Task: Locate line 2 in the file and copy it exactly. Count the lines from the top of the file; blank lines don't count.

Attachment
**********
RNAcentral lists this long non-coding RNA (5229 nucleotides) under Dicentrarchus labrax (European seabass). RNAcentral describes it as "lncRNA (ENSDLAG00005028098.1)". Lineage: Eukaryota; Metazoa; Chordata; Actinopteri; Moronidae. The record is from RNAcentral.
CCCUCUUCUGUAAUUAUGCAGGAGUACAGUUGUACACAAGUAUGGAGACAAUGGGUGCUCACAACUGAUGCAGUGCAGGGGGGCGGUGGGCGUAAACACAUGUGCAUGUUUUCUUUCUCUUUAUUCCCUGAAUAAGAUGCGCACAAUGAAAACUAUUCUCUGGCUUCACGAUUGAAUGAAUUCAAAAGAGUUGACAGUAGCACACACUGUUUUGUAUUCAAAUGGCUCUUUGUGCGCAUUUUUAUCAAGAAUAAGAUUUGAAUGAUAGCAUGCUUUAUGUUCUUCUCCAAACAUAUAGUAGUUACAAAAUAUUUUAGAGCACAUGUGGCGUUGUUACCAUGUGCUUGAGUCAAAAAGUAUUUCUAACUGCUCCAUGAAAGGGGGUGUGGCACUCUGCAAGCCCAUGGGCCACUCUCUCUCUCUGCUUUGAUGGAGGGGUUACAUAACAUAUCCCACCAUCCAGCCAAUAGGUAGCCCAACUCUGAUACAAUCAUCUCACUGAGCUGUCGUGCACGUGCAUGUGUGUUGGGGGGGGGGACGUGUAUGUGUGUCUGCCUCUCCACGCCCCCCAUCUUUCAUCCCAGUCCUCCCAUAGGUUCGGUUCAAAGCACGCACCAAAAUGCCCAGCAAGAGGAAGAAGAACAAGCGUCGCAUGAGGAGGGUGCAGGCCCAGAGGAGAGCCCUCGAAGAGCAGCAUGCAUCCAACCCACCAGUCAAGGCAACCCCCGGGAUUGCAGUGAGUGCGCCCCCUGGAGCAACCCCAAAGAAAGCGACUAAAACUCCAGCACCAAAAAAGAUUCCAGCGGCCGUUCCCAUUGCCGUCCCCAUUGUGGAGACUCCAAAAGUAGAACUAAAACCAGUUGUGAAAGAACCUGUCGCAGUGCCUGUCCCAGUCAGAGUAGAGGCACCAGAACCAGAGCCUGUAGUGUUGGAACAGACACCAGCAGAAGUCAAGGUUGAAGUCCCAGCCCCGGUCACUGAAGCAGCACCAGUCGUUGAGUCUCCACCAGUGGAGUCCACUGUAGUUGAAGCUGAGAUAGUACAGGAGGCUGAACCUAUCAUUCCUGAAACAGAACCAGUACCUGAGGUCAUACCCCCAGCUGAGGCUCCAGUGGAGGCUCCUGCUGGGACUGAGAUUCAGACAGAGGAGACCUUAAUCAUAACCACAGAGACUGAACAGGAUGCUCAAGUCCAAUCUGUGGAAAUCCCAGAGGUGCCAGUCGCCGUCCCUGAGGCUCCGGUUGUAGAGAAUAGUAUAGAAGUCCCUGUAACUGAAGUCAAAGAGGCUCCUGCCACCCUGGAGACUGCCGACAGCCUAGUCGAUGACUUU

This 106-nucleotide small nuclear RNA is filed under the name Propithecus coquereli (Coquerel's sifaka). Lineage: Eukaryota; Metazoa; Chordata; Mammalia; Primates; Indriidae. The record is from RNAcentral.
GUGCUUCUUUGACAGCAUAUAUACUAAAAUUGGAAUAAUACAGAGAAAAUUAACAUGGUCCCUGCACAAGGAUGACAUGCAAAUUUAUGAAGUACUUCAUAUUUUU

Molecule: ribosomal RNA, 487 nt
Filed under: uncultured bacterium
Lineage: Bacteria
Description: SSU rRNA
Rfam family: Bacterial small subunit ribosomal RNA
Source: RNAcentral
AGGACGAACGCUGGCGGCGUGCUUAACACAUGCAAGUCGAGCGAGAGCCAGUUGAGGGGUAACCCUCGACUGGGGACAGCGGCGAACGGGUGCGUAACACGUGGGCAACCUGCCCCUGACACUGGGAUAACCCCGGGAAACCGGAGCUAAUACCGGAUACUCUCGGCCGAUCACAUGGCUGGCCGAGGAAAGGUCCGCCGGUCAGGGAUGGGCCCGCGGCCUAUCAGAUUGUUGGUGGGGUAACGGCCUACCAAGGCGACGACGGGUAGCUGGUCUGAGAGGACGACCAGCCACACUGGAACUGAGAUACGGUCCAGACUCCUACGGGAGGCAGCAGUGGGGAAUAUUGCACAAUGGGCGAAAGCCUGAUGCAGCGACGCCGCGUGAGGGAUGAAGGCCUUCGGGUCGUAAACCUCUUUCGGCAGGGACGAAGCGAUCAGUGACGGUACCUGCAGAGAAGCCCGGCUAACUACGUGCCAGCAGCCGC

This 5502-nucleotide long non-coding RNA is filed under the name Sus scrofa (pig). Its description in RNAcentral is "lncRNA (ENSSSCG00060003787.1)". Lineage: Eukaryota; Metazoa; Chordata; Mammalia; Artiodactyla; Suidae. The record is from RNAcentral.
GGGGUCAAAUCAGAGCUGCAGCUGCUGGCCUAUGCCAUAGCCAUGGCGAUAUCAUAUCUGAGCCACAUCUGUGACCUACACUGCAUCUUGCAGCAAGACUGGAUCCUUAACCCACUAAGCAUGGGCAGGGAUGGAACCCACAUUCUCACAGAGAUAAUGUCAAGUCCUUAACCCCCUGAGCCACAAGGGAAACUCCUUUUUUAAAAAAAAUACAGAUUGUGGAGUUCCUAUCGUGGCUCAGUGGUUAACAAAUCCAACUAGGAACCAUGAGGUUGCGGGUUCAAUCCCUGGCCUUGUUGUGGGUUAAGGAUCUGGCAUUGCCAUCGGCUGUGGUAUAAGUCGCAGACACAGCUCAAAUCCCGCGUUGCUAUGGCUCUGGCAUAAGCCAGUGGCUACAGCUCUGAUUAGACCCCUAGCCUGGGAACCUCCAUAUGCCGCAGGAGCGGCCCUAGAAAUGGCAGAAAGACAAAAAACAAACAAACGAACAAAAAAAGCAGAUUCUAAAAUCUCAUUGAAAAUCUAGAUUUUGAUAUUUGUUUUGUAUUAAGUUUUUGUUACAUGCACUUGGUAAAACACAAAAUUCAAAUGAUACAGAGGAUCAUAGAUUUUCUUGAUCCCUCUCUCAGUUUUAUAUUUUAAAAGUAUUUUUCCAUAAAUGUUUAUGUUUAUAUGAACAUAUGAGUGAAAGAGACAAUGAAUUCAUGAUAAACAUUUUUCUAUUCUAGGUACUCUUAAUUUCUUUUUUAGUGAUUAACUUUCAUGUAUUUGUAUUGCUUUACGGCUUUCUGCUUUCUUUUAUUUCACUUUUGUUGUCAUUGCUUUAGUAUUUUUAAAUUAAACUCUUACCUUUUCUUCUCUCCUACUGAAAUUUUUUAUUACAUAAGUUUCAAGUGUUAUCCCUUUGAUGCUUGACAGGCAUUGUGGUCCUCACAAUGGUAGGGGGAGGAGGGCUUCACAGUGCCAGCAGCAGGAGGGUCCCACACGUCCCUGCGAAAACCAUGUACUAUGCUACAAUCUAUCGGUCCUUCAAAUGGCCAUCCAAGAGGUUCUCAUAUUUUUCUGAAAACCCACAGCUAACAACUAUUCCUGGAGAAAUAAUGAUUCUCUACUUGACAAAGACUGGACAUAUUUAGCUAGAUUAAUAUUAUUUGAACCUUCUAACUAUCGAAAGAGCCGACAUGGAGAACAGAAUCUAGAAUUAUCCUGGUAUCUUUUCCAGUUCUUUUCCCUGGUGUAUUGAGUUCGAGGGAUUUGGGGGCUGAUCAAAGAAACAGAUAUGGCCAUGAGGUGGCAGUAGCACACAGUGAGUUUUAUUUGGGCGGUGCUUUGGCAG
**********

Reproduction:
CCCUCUUCUGUAAUUAUGCAGGAGUACAGUUGUACACAAGUAUGGAGACAAUGGGUGCUCACAACUGAUGCAGUGCAGGGGGGCGGUGGGCGUAAACACAUGUGCAUGUUUUCUUUCUCUUUAUUCCCUGAAUAAGAUGCGCACAAUGAAAACUAUUCUCUGGCUUCACGAUUGAAUGAAUUCAAAAGAGUUGACAGUAGCACACACUGUUUUGUAUUCAAAUGGCUCUUUGUGCGCAUUUUUAUCAAGAAUAAGAUUUGAAUGAUAGCAUGCUUUAUGUUCUUCUCCAAACAUAUAGUAGUUACAAAAUAUUUUAGAGCACAUGUGGCGUUGUUACCAUGUGCUUGAGUCAAAAAGUAUUUCUAACUGCUCCAUGAAAGGGGGUGUGGCACUCUGCAAGCCCAUGGGCCACUCUCUCUCUCUGCUUUGAUGGAGGGGUUACAUAACAUAUCCCACCAUCCAGCCAAUAGGUAGCCCAACUCUGAUACAAUCAUCUCACUGAGCUGUCGUGCACGUGCAUGUGUGUUGGGGGGGGGGACGUGUAUGUGUGUCUGCCUCUCCACGCCCCCCAUCUUUCAUCCCAGUCCUCCCAUAGGUUCGGUUCAAAGCACGCACCAAAAUGCCCAGCAAGAGGAAGAAGAACAAGCGUCGCAUGAGGAGGGUGCAGGCCCAGAGGAGAGCCCUCGAAGAGCAGCAUGCAUCCAACCCACCAGUCAAGGCAACCCCCGGGAUUGCAGUGAGUGCGCCCCCUGGAGCAACCCCAAAGAAAGCGACUAAAACUCCAGCACCAAAAAAGAUUCCAGCGGCCGUUCCCAUUGCCGUCCCCAUUGUGGAGACUCCAAAAGUAGAACUAAAACCAGUUGUGAAAGAACCUGUCGCAGUGCCUGUCCCAGUCAGAGUAGAGGCACCAGAACCAGAGCCUGUAGUGUUGGAACAGACACCAGCAGAAGUCAAGGUUGAAGUCCCAGCCCCGGUCACUGAAGCAGCACCAGUCGUUGAGUCUCCACCAGUGGAGUCCACUGUAGUUGAAGCUGAGAUAGUACAGGAGGCUGAACCUAUCAUUCCUGAAACAGAACCAGUACCUGAGGUCAUACCCCCAGCUGAGGCUCCAGUGGAGGCUCCUGCUGGGACUGAGAUUCAGACAGAGGAGACCUUAAUCAUAACCACAGAGACUGAACAGGAUGCUCAAGUCCAAUCUGUGGAAAUCCCAGAGGUGCCAGUCGCCGUCCCUGAGGCUCCGGUUGUAGAGAAUAGUAUAGAAGUCCCUGUAACUGAAGUCAAAGAGGCUCCUGCCACCCUGGAGACUGCCGACAGCCUAGUCGAUGACUUU